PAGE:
Sure, as we were saying, we lawyers could use some extra computing capacity, but isn’t there something unique about dispensing legal services that makes our positions secure from the onslaught of robots with artificial intelligence? For example, some aspects of providing legal advice involves less data crunching and more soft skills. Doesn’t that protect us lawyers from obsolescence?
Developers at the University of Southern California Institute for Creative Technologies have built a new generation of artificial intelligence they call SimSensei–virtual agents that display such high levels of artificial intelligence that it allows them to engage convincingly in back-and-forth interactions with people. SimSensei’s star virtual therapist Ellie is so effective that she is preferred by clients over her human counterparts.
What kind of intelligence is Ellie tapping into? Ellie interfaces with her human clients in a non-judgmental way using technologically-generated emotion recognition, empathy and emotional understanding. In other words, Ellie is an emotionally intelligent machine.
Lawyer Michael Mills, Co-Founder and Chief Strategy Officer of Neota Logic, a technology platform for legal services, has suggested that, “[What] make[s] people valuable as technology advances is…empathy. Yes, empathy. Discerning what some other person is thinking and feeling, and responding in some appropriate way.”
Although, as Susskind points out in the chapter entitled “Objections and Anxieties” of his book The Future of the Professions, since empathy is not something many lawyers have now, envisioning machines that lack that quality does not disqualify them from delivering expert legal services. And as machines improve these EI skills, lawyers are well-advised to at least keep up, less they be outdone in both the computing and relating arenas.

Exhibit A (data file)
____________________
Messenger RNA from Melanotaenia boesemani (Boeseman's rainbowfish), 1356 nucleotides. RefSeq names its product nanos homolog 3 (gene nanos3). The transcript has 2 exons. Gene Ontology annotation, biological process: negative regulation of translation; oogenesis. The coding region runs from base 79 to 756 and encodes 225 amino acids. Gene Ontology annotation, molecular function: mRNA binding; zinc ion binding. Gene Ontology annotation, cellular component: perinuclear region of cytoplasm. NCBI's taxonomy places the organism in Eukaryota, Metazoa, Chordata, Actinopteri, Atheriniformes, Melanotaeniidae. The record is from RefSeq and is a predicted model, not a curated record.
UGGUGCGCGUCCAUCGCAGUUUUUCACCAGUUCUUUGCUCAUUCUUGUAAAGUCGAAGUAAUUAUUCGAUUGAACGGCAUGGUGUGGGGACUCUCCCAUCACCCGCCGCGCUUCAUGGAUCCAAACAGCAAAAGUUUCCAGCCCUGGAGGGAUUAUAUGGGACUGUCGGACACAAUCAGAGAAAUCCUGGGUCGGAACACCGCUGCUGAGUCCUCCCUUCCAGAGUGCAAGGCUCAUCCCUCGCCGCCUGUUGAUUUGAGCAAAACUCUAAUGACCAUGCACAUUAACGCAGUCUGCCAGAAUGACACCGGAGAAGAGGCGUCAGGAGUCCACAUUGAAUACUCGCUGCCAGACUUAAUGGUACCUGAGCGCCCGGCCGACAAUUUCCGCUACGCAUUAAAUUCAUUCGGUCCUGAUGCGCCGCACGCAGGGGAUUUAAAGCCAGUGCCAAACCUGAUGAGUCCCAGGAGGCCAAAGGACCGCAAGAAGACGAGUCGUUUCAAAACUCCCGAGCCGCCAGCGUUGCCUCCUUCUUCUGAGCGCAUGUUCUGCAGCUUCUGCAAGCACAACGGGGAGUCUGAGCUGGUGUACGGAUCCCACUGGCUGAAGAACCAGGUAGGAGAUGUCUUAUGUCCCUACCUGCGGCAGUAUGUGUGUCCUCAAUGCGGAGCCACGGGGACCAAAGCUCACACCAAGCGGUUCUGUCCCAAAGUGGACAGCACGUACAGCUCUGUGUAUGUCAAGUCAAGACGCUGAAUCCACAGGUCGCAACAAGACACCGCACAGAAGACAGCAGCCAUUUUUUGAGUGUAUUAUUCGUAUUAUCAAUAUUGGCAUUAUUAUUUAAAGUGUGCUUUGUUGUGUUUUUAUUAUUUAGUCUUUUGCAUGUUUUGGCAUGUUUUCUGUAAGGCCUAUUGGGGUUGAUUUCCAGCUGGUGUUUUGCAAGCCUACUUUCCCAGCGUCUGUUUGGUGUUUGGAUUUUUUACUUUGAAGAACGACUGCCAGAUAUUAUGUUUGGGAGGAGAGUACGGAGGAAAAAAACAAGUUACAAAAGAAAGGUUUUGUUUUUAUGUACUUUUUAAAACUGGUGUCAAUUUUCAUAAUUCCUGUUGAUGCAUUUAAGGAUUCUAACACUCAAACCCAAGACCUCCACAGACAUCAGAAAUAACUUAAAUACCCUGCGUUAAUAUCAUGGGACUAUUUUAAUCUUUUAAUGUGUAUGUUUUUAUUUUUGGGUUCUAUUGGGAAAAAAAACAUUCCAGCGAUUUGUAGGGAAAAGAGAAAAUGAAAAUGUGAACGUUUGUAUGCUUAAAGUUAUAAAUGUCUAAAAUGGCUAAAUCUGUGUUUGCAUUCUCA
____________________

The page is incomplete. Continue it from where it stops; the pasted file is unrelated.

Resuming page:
Many experts agree that emotional intelligence can be the key to making lawyers valuable despite technological advances. In Humans are Underrated: What High Achievers Know That Brilliant Machines Never Will, the author contends that as “the skills that have been the basis of progress for most of human history: Logic, knowledge and analysis…[are] being commoditized by advancing technology,…the skills of deep human interaction” will only become more valuable.
With the growing involvement of smart machines, emotionally intelligent lawyers offer clients the opportunity to connect with a person who hears, understands and empathizes with their issues, someone to air dilemmas with, someone who can see the gray, help make the difficult judgment calls and then sympathetically explain what’s happening and why and then be there for them during the aftermath.
As Garry Kasparov concluded after being defeated by IBM’s DeepBlue, working together — machine and man — each with their distinct strengths, offers the potential for the highest level of service.
So, no, thankfully, HAL from 2001: A Space Odyssey, or even some Google-updated Go-competent version, is not likely to replace us just yet as the perfect lawyer. But a human lawyer, who can reliably bring empathy and other emotional intelligence skills to the table, might well.
Our next post will addess how we can do that.
For further insight into the advantages of emotional intelligence in the practice of law and how to raise yours and your workplace’s, see Muir’s The Emotional Intelligence Edge for 21st Century Lawyers due out this summer from the ABA.